Great library programs are energetic, flexible, and always researching and experiementing with innovative effective and efficient ways to meet the information needs of its patrons!

Dennis T OConnor's curator insight, May 10, 2:27 PM

Just picked this up from Joyce Valenza. 

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The OER Discovery Role for Libraries - vote at Micropoll

The OER Discovery Role for Libraries - vote at Micropoll | The Information Professional | Scoop.it

Click here to vote.


Via John Shank
Karen du Toit's insight:

Vote on the role of libraries in the discovery of quality open educational resources! 

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John Shank's curator insight, February 21, 9:31 AM

1 Second Survey on the role of libraries in the discovery of OERs.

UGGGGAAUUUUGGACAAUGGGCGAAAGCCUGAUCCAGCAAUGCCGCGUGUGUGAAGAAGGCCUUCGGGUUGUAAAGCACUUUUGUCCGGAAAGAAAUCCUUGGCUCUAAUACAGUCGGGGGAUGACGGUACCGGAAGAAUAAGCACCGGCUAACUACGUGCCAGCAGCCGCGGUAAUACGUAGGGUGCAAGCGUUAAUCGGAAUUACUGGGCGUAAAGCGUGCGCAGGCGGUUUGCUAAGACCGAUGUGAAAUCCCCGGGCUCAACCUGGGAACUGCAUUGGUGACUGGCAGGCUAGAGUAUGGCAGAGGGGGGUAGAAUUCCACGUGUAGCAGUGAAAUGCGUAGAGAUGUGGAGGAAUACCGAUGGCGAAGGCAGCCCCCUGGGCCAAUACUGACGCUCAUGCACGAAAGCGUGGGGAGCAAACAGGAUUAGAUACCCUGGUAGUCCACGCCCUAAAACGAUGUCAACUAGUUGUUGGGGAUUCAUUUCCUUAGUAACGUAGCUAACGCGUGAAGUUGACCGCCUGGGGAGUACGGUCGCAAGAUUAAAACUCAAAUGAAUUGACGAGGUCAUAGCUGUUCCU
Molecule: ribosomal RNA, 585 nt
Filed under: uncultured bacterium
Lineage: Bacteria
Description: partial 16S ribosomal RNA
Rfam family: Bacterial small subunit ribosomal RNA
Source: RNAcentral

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'Tenured Professor' and 'Librarian' — Are These Really Low-Stress Careers? - Noozhawk

'Tenured Professor' and 'Librarian' — Are These Really Low-Stress Careers? - Noozhawk | The Information Professional | Scoop.it
T

UCSB faculty and librarians weigh in on CareerCast's recent rankings

By Patricia Marroquin

 

"A study by CareerCast.com caught our attention recently. The career information website issued its annual lists of the 10 Least Stressful and 10 Most Stressful Jobs of 2014. CareerCast proclaimed that “tenured university professor” is the No. 4 Least Stressful Job and “librarian” is No. 8 on its low-stress meter. 

To compile these rankings, CareerCast focused on 11 job demands that it considers likely to increase stress, such as job growth potential; amount of travel involved; competitiveness within the organization; physical exertion; hazards and environmental conditions; and risk to one’s own life or to the lives of others. What CareerCast didn’t do was interview or survey the people who hold these positions. Instead, it examined figures from such places as the Census Bureau, the Bureau of Labor Statistics and trade groups."